• Ten states have attempted to bar family planning providers’ eligibility for related funding, including monies for sexually transmitted infection testing and treatment, prevention of interpersonal violence, and prevention of breast and cervical cancer. In three of these states, the bans are the result of legislative action; in Utah, the ban resulted from action by the governor. Such a ban is in effect in North Carolina; the Louisiana measure is set to go into effect in August. Implementation of bans in Ohio and Utah has been blocked as a result of legal action.


The first half of 2016 was also noteworthy for a raft of attempts to ban some or all abortions. These measures fell into four distinct categories:

  • By the end of June, four states enacted legislation to ban the most common method used to perform abortions during the second trimester. The Mississippi and West Virginia laws are in effect; the other two have been challenged in court. (Similar provisions enacted last year in Kansas and Oklahoma are also blocked pending legal action.)
  • South Carolina and North Dakota both enacted measures banning abortion at or beyond 20 weeks post-fertilization, which is equivalent to 22 weeks after the woman’s last menstrual period. This brings to 16 the number of states with these laws in effect (see State Policies on Later Abortions).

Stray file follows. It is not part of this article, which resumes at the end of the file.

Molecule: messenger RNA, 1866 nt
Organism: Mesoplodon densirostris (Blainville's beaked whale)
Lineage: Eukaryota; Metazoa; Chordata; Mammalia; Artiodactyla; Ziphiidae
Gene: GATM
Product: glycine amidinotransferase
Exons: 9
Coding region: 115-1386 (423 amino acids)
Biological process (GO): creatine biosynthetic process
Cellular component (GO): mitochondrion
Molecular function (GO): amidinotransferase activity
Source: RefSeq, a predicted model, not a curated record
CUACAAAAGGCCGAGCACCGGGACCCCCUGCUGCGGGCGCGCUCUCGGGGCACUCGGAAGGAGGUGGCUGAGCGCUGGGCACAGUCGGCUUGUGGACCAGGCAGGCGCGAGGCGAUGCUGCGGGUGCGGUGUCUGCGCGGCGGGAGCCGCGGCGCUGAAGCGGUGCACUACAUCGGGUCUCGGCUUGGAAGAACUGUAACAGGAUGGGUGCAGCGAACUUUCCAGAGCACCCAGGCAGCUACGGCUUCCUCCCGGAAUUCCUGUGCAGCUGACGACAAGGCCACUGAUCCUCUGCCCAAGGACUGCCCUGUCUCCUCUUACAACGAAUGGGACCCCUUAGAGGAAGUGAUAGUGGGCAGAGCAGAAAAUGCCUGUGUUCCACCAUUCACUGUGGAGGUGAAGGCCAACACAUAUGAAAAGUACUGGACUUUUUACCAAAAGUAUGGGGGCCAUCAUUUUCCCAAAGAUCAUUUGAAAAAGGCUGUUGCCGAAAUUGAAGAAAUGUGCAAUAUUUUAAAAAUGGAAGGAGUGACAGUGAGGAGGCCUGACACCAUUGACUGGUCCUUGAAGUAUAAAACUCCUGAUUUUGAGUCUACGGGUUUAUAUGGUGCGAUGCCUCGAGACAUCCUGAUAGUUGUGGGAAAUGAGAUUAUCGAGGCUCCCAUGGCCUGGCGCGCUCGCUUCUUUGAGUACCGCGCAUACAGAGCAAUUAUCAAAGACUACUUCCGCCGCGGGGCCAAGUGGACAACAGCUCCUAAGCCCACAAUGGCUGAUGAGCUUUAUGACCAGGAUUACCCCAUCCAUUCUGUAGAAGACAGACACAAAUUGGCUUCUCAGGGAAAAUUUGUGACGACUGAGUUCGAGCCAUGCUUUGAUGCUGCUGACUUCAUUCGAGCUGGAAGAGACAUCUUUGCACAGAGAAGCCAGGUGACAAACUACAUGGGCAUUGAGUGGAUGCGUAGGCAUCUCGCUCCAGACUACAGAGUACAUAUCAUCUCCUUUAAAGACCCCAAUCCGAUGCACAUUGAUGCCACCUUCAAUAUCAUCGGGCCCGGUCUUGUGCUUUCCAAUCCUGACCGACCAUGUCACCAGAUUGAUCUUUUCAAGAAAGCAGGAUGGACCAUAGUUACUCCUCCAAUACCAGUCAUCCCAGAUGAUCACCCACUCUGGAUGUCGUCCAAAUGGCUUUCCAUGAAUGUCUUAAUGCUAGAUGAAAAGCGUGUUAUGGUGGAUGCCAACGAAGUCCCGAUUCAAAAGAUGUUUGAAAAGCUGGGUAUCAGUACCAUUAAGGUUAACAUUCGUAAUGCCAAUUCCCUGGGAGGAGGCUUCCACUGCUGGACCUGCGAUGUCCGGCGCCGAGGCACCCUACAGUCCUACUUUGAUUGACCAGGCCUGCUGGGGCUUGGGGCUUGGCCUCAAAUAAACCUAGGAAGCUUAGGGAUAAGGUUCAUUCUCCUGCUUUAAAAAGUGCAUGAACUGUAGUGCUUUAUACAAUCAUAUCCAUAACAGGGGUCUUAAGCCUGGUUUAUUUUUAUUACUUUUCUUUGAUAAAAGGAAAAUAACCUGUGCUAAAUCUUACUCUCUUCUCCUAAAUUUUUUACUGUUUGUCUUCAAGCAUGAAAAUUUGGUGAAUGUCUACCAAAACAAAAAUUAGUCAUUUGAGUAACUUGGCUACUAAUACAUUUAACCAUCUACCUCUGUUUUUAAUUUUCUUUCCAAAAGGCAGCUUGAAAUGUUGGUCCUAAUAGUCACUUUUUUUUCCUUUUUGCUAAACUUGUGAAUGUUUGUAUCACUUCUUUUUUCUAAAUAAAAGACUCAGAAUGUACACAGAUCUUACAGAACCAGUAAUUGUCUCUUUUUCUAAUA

• Indiana and Louisiana adopted provisions banning abortions under specific circumstances. The Louisiana law banned abortions at or after 20 weeks post-fertilization in cases of diagnosed genetic anomaly; the law is slated to go into effect on August 1. Indiana adopted a groundbreaking measure to ban abortion for purposes of race or sex selection, in cases of a genetic anomaly, or because of the fetus’ “color, national origin, or ancestry”; enforcement of the measure is blocked pending the outcome of a legal challenge.
  • Oklahoma Gov. Mary Fallin (R) vetoed a sweeping measure that would have banned all abortions except those necessary to protect the woman’s life.


In addition, 14 states (Alaska, Arizona, Florida, Georgia, Idaho, Indiana, Iowa, Kentucky, Louisiana, Maryland, South Carolina, South Dakota, Tennessee and Utah) enacted other types of abortion restrictions during the first half of the year, including measures to impose or extend waiting periods, restrict access to medication abortion, and establish regulations on abortion clinics.

Zohra Ansari-Thomas, Olivia Cappello, and Lizamarie Mohammed all contributed to this analysis.